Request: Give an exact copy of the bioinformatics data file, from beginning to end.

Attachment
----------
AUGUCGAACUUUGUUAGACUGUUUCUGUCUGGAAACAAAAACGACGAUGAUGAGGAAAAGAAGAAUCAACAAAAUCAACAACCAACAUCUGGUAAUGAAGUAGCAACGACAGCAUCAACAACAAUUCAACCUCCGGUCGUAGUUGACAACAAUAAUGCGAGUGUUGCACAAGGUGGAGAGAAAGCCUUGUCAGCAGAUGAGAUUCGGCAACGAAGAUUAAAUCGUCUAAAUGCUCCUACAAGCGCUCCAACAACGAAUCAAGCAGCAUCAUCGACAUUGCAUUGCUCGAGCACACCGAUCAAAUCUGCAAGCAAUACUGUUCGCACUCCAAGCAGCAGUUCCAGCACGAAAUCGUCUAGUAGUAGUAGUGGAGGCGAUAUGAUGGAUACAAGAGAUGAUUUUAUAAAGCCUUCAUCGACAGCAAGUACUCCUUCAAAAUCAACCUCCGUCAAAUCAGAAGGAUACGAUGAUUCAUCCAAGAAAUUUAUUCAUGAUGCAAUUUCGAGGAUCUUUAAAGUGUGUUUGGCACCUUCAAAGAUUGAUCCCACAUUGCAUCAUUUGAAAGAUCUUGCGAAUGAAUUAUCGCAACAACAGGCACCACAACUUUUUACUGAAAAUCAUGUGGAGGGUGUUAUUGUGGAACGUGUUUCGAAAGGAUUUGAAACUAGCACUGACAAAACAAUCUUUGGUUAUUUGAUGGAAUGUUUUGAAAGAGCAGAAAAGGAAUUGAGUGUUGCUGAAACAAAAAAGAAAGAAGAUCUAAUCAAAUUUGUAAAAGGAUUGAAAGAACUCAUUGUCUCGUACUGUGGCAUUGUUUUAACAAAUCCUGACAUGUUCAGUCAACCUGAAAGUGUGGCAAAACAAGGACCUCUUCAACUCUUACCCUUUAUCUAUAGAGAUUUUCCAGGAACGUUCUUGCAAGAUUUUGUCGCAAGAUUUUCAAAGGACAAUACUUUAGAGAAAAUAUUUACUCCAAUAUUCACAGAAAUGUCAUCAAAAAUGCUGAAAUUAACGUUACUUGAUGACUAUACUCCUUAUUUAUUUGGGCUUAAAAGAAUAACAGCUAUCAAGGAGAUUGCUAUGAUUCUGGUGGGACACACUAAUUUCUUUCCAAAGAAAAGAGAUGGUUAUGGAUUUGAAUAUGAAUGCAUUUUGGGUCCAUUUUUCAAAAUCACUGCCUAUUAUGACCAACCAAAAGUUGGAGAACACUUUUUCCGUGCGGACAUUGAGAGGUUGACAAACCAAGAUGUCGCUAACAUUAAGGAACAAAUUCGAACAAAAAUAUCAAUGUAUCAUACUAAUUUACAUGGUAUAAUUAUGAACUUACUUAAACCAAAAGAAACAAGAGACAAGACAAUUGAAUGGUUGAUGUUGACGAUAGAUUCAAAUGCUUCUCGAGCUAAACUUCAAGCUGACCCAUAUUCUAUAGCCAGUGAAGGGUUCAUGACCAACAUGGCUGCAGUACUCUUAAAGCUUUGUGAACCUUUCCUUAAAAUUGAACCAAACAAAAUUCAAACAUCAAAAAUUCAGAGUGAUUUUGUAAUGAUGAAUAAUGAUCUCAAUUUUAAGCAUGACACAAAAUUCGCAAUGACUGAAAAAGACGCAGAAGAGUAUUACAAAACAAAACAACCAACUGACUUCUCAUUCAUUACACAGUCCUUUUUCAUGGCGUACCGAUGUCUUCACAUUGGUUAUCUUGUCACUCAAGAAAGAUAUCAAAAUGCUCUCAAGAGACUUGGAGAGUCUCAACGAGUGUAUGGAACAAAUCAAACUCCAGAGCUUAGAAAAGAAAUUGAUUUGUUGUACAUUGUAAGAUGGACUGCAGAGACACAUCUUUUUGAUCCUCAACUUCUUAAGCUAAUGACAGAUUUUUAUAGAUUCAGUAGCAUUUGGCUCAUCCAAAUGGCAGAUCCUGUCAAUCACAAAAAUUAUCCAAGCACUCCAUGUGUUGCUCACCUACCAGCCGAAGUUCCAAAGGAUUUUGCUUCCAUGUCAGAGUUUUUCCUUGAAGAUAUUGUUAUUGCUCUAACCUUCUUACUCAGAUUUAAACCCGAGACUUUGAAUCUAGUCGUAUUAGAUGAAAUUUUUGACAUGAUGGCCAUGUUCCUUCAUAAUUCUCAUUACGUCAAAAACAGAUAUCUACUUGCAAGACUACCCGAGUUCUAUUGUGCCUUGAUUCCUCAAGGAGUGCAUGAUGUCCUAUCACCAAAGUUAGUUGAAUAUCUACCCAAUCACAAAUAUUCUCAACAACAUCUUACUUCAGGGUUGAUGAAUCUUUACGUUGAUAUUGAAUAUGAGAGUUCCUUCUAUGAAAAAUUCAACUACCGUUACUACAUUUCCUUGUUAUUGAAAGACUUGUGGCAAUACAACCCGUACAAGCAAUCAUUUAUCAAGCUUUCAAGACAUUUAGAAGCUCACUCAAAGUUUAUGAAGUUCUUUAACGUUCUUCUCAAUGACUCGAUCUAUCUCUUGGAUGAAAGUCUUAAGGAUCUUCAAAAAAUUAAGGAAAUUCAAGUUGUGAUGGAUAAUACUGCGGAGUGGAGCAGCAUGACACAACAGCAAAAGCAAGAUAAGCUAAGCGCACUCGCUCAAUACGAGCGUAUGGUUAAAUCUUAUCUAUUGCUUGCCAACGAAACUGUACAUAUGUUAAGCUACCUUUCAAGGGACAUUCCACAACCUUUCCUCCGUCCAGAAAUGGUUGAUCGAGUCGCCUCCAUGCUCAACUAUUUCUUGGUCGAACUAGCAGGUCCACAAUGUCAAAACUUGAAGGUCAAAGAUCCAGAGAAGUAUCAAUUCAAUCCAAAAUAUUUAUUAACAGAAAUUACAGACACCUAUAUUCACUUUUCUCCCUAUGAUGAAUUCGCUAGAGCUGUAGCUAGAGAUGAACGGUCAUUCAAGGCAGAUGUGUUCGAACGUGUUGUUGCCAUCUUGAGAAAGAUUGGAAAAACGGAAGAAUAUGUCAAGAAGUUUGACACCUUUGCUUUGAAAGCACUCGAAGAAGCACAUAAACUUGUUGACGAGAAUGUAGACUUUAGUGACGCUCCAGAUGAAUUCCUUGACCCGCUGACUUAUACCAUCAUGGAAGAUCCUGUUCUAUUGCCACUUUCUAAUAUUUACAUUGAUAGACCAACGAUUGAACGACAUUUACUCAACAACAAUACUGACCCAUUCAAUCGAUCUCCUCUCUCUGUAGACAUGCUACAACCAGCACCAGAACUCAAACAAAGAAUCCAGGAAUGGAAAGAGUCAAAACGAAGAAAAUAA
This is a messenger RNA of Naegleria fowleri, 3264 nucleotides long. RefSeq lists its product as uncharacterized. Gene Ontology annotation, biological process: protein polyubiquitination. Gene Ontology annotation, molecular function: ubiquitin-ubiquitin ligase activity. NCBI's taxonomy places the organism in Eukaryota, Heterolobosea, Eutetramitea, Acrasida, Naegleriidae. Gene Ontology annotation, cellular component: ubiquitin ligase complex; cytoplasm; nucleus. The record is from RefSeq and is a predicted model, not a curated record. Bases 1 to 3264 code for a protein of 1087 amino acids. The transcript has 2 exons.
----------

AUGUCGAACUUUGUUAGACUGUUUCUGUCUGGAAACAAAAACGACGAUGAUGAGGAAAAGAAGAAUCAACAAAAUCAACAACCAACAUCUGGUAAUGAAGUAGCAACGACAGCAUCAACAACAAUUCAACCUCCGGUCGUAGUUGACAACAAUAAUGCGAGUGUUGCACAAGGUGGAGAGAAAGCCUUGUCAGCAGAUGAGAUUCGGCAACGAAGAUUAAAUCGUCUAAAUGCUCCUACAAGCGCUCCAACAACGAAUCAAGCAGCAUCAUCGACAUUGCAUUGCUCGAGCACACCGAUCAAAUCUGCAAGCAAUACUGUUCGCACUCCAAGCAGCAGUUCCAGCACGAAAUCGUCUAGUAGUAGUAGUGGAGGCGAUAUGAUGGAUACAAGAGAUGAUUUUAUAAAGCCUUCAUCGACAGCAAGUACUCCUUCAAAAUCAACCUCCGUCAAAUCAGAAGGAUACGAUGAUUCAUCCAAGAAAUUUAUUCAUGAUGCAAUUUCGAGGAUCUUUAAAGUGUGUUUGGCACCUUCAAAGAUUGAUCCCACAUUGCAUCAUUUGAAAGAUCUUGCGAAUGAAUUAUCGCAACAACAGGCACCACAACUUUUUACUGAAAAUCAUGUGGAGGGUGUUAUUGUGGAACGUGUUUCGAAAGGAUUUGAAACUAGCACUGACAAAACAAUCUUUGGUUAUUUGAUGGAAUGUUUUGAAAGAGCAGAAAAGGAAUUGAGUGUUGCUGAAACAAAAAAGAAAGAAGAUCUAAUCAAAUUUGUAAAAGGAUUGAAAGAACUCAUUGUCUCGUACUGUGGCAUUGUUUUAACAAAUCCUGACAUGUUCAGUCAACCUGAAAGUGUGGCAAAACAAGGACCUCUUCAACUCUUACCCUUUAUCUAUAGAGAUUUUCCAGGAACGUUCUUGCAAGAUUUUGUCGCAAGAUUUUCAAAGGACAAUACUUUAGAGAAAAUAUUUACUCCAAUAUUCACAGAAAUGUCAUCAAAAAUGCUGAAAUUAACGUUACUUGAUGACUAUACUCCUUAUUUAUUUGGGCUUAAAAGAAUAACAGCUAUCAAGGAGAUUGCUAUGAUUCUGGUGGGACACACUAAUUUCUUUCCAAAGAAAAGAGAUGGUUAUGGAUUUGAAUAUGAAUGCAUUUUGGGUCCAUUUUUCAAAAUCACUGCCUAUUAUGACCAACCAAAAGUUGGAGAACACUUUUUCCGUGCGGACAUUGAGAGGUUGACAAACCAAGAUGUCGCUAACAUUAAGGAACAAAUUCGAACAAAAAUAUCAAUGUAUCAUACUAAUUUACAUGGUAUAAUUAUGAACUUACUUAAACCAAAAGAAACAAGAGACAAGACAAUUGAAUGGUUGAUGUUGACGAUAGAUUCAAAUGCUUCUCGAGCUAAACUUCAAGCUGACCCAUAUUCUAUAGCCAGUGAAGGGUUCAUGACCAACAUGGCUGCAGUACUCUUAAAGCUUUGUGAACCUUUCCUUAAAAUUGAACCAAACAAAAUUCAAACAUCAAAAAUUCAGAGUGAUUUUGUAAUGAUGAAUAAUGAUCUCAAUUUUAAGCAUGACACAAAAUUCGCAAUGACUGAAAAAGACGCAGAAGAGUAUUACAAAACAAAACAACCAACUGACUUCUCAUUCAUUACACAGUCCUUUUUCAUGGCGUACCGAUGUCUUCACAUUGGUUAUCUUGUCACUCAAGAAAGAUAUCAAAAUGCUCUCAAGAGACUUGGAGAGUCUCAACGAGUGUAUGGAACAAAUCAAACUCCAGAGCUUAGAAAAGAAAUUGAUUUGUUGUACAUUGUAAGAUGGACUGCAGAGACACAUCUUUUUGAUCCUCAACUUCUUAAGCUAAUGACAGAUUUUUAUAGAUUCAGUAGCAUUUGGCUCAUCCAAAUGGCAGAUCCUGUCAAUCACAAAAAUUAUCCAAGCACUCCAUGUGUUGCUCACCUACCAGCCGAAGUUCCAAAGGAUUUUGCUUCCAUGUCAGAGUUUUUCCUUGAAGAUAUUGUUAUUGCUCUAACCUUCUUACUCAGAUUUAAACCCGAGACUUUGAAUCUAGUCGUAUUAGAUGAAAUUUUUGACAUGAUGGCCAUGUUCCUUCAUAAUUCUCAUUACGUCAAAAACAGAUAUCUACUUGCAAGACUACCCGAGUUCUAUUGUGCCUUGAUUCCUCAAGGAGUGCAUGAUGUCCUAUCACCAAAGUUAGUUGAAUAUCUACCCAAUCACAAAUAUUCUCAACAACAUCUUACUUCAGGGUUGAUGAAUCUUUACGUUGAUAUUGAAUAUGAGAGUUCCUUCUAUGAAAAAUUCAACUACCGUUACUACAUUUCCUUGUUAUUGAAAGACUUGUGGCAAUACAACCCGUACAAGCAAUCAUUUAUCAAGCUUUCAAGACAUUUAGAAGCUCACUCAAAGUUUAUGAAGUUCUUUAACGUUCUUCUCAAUGACUCGAUCUAUCUCUUGGAUGAAAGUCUUAAGGAUCUUCAAAAAAUUAAGGAAAUUCAAGUUGUGAUGGAUAAUACUGCGGAGUGGAGCAGCAUGACACAACAGCAAAAGCAAGAUAAGCUAAGCGCACUCGCUCAAUACGAGCGUAUGGUUAAAUCUUAUCUAUUGCUUGCCAACGAAACUGUACAUAUGUUAAGCUACCUUUCAAGGGACAUUCCACAACCUUUCCUCCGUCCAGAAAUGGUUGAUCGAGUCGCCUCCAUGCUCAACUAUUUCUUGGUCGAACUAGCAGGUCCACAAUGUCAAAACUUGAAGGUCAAAGAUCCAGAGAAGUAUCAAUUCAAUCCAAAAUAUUUAUUAACAGAAAUUACAGACACCUAUAUUCACUUUUCUCCCUAUGAUGAAUUCGCUAGAGCUGUAGCUAGAGAUGAACGGUCAUUCAAGGCAGAUGUGUUCGAACGUGUUGUUGCCAUCUUGAGAAAGAUUGGAAAAACGGAAGAAUAUGUCAAGAAGUUUGACACCUUUGCUUUGAAAGCACUCGAAGAAGCACAUAAACUUGUUGACGAGAAUGUAGACUUUAGUGACGCUCCAGAUGAAUUCCUUGACCCGCUGACUUAUACCAUCAUGGAAGAUCCUGUUCUAUUGCCACUUUCUAAUAUUUACAUUGAUAGACCAACGAUUGAACGACAUUUACUCAACAACAAUACUGACCCAUUCAAUCGAUCUCCUCUCUCUGUAGACAUGCUACAACCAGCACCAGAACUCAAACAAAGAAUCCAGGAAUGGAAAGAGUCAAAACGAAGAAAAUAA
This is a messenger RNA of Naegleria fowleri, 3264 nucleotides long. RefSeq lists its product as uncharacterized. Gene Ontology annotation, biological process: protein polyubiquitination. Gene Ontology annotation, molecular function: ubiquitin-ubiquitin ligase activity. NCBI's taxonomy places the organism in Eukaryota, Heterolobosea, Eutetramitea, Acrasida, Naegleriidae. Gene Ontology annotation, cellular component: ubiquitin ligase complex; cytoplasm; nucleus. The record is from RefSeq and is a predicted model, not a curated record. Bases 1 to 3264 code for a protein of 1087 amino acids. The transcript has 2 exons.